Also on Tuesday, police arrested a 23-year-old man outside a nearby supermarket. It was not immediately clear whether that man was connected to the attack.
The British government did not make any immediate comment on a claim by the Islamic State, which said on the social messaging app Telegram that, “One of the soldiers of the caliphate was able to place an explosive device within a gathering of the crusaders in the city of Manchester.” The SITE Intelligence Group, which monitors communications, also provided a translation of the claim.
As condolences poured in around the world Tuesday, Queen Elizabeth II observed a minute of silence at Buckingham Palace for the victims. The queen, her son Prince Charles, and her grandson Prince William all issued statements mourning the attack. At 6 p.m., a large crowd turned up for a vigil at Albert Square in the heart of Manchester, a city of half a million and a birthplace of the Industrial Revolution, to express grief and solidarity. Offers of support poured in; so many people volunteered to donate blood that a local blood bank had to turn people away.
The terrorist attack was the worst in the history of Manchester and northern England, and the worst in Britain since July 7, 2005, when 52 people died, along with four assailants, in coordinated attacks on London’s transit system.
Authorities reacted with horror and anger that Monday’s attack appeared to have targeted adolescents.
“After our darkest of nights, Manchester is today waking up to the most difficult of dawns,” Mayor Andy Burnham said. “These were children, young people, and their families. Those responsible chose to terrorize and kill. This was an evil act.”
President Trump phoned May from Jerusalem on Tuesday. Later, speaking at a news conference in the West Bank city of Bethlehem with Mahmoud Abbas, president of the Palestinian Authority, Trump castigated what he called the “evil losers” responsible.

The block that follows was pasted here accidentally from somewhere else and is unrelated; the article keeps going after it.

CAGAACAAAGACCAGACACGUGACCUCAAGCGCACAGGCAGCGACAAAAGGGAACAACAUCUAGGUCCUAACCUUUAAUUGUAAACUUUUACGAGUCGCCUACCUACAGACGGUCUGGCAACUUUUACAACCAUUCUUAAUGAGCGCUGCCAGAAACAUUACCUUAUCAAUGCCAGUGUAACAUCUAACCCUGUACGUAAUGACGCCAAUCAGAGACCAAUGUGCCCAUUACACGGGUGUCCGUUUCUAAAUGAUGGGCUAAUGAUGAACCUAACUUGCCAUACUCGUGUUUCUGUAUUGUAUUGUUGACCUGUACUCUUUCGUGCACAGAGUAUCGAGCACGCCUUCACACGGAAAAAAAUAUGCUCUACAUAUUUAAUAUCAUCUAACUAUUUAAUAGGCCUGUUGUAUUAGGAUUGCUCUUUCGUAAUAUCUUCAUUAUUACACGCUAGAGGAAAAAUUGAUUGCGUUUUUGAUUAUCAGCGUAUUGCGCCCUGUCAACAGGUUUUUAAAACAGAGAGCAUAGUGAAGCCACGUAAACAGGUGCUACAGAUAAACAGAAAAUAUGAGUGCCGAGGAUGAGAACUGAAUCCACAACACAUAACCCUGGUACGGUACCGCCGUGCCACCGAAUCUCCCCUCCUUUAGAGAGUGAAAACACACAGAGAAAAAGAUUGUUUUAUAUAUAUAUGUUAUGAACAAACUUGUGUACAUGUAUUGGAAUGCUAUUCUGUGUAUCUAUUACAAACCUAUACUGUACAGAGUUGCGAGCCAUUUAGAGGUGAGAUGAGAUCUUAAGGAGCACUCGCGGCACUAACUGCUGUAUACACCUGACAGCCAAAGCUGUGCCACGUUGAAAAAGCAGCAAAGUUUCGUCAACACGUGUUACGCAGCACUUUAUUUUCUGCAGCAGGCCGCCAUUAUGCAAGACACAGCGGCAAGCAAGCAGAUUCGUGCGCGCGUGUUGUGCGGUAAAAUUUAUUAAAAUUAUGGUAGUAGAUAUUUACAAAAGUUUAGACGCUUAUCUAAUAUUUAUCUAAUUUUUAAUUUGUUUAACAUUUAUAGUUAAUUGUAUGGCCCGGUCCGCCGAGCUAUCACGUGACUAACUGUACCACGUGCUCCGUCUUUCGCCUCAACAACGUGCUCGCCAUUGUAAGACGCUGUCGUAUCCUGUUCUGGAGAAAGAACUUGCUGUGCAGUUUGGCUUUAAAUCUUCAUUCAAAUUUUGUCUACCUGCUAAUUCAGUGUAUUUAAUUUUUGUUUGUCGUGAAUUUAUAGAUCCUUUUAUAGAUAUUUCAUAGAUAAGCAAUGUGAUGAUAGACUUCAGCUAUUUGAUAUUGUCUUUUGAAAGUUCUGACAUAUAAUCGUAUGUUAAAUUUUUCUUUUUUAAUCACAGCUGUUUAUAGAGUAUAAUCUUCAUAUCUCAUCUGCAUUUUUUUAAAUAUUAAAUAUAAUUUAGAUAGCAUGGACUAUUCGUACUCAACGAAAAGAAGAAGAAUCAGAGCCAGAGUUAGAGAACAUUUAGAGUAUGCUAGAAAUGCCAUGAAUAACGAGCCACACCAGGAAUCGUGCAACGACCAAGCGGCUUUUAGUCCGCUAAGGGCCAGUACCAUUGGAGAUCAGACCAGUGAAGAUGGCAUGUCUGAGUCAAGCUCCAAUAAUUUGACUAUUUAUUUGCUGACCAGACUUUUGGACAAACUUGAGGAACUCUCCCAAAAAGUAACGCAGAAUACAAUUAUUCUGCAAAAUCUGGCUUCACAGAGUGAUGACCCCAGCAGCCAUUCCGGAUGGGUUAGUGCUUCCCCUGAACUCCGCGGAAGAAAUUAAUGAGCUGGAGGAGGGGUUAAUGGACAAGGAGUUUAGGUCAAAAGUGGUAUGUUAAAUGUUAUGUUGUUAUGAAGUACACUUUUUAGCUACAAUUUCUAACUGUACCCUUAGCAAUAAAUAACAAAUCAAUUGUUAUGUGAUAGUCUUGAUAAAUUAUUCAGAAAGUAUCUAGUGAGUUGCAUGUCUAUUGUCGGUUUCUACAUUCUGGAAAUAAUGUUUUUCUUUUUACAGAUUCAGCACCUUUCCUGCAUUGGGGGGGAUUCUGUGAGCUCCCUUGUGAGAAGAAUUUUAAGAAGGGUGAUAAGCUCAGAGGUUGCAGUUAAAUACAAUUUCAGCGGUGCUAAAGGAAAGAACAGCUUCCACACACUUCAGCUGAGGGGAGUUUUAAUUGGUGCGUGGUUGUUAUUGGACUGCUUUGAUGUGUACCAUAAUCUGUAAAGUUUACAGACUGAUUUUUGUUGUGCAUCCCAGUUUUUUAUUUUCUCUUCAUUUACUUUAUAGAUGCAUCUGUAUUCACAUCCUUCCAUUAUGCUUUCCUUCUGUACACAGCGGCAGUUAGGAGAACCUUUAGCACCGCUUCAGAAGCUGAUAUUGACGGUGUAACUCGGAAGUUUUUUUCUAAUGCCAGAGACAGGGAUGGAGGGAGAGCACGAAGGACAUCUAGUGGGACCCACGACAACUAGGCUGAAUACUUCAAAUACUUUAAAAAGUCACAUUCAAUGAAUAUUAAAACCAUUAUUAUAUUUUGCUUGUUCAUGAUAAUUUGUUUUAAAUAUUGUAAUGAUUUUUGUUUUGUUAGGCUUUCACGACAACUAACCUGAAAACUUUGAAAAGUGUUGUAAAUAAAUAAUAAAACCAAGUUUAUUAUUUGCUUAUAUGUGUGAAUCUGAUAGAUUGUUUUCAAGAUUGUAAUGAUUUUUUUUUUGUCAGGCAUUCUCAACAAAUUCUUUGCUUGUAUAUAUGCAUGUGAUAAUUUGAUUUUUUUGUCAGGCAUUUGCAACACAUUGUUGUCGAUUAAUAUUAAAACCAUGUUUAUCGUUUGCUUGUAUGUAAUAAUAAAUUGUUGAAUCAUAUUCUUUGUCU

The attack came in the final stretch of campaigning before a general election in Britain on June 8, and the country’s political parties agreed to suspend campaigning on Tuesday. Opposition politicians — Jeremy Corbyn of the Labour Party, Tim Farron of the Liberal Democrats, and Nicola Sturgeon of the Scottish National Party — joined May in expressing their grief and condolences.
It was unclear what effect the attack might have on the election. Some political experts suggested it would help May, who, in her previous role as home secretary, was in charge of Britain’s domestic security and is generally perceived as a tough leader. But difficult questions are being asked about what security gaps might have abetted the assault, and what could have been done to prevent it.
Grande, who started her career as a star on a Nickelodeon TV series, expressed her sorrow on Twitter. “Broken. from the bottom of my heart, i am so so sorry. i don’t have words,” she wrote.
“I don’t think it has hit us,” said Jane McCluskey, of Hartlepool, England, who had attended the concert with her daughter, Charlotte. With her daughter still wearing a sweatshirt with the logo of Grande’s “Dangerous Woman Tour,” McCluskey sounded plaintive.
“We just want to go home,” she said.